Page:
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CEO Compensation

Media Wrong About CEO Compensation


Most CEOs earn nowhere near the compensation of their public company counterparts, according to the results of an exclusive Chief Executive Group study of 789 CEOs of privately held companies, which represent the overwhelming majority of firms in the economy.

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Most CEOs Aren’t Overpaid

Despite the headlines, the vast majority of CEOs don’t take home anything close to the $9.0 million that the average S&P 500 company CEO did in 2010. According to a new research report from Chief Executive Group, the average private company CEO with at least $5 million in revenues had a total compensation package of $1.3 million, with a median of $405,000.

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First Votes on Say on Pay Approve Majority of CEOs’ Compensation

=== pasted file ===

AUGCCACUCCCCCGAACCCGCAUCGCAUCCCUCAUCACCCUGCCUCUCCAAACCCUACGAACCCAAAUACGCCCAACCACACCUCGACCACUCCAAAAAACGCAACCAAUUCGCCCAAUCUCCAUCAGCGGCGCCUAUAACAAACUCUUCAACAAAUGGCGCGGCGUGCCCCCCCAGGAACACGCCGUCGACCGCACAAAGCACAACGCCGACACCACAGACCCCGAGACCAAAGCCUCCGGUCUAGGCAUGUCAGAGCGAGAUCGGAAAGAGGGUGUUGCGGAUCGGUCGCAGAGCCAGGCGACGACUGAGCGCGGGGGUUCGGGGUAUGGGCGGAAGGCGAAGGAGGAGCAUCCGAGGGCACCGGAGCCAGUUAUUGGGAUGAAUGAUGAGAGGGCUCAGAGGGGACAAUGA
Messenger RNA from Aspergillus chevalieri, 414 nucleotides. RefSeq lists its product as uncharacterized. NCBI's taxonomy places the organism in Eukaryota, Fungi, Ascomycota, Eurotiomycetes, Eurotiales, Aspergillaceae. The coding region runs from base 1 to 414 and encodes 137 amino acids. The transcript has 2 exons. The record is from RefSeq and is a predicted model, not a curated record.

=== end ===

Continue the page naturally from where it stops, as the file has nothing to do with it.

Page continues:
The results are in for Say on Pay, and at almost 99% of companies’ shareholders voted ‘yea.’ The shareholder votes allowed by the Dodd Frank financial overhaul provision (aimed at curtailing top executives’ pay) are not binding, but are still representative of the landscape of CEO compensation. Shareholders think that boards are compensating their executives properly. Only 1.5% of companies had shareholders who disagreed with compensation packages (that’s only 39 out of 2532 companies).

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CEO Compensation Report 2011

Do companies really pay for performance? ChiefExecutive explores the questions that board compensation committees and shareholders are asking: how do you link short and long-term pay to performance while neither overpaying nor underpaying the CEO?

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Following a Static Year, Public Company CEO Pay Jumps 11 Percent

Executive pay stalled in 2009 while the U.S. weathered the heat of the recession, but now things are on the upswing. Matching increases in net income at many companies, executives are now seeing a huge increase in pay packages. With shareholders enjoying a median return of 18%, chief executives of public companies took home around 11% more than they did last year.

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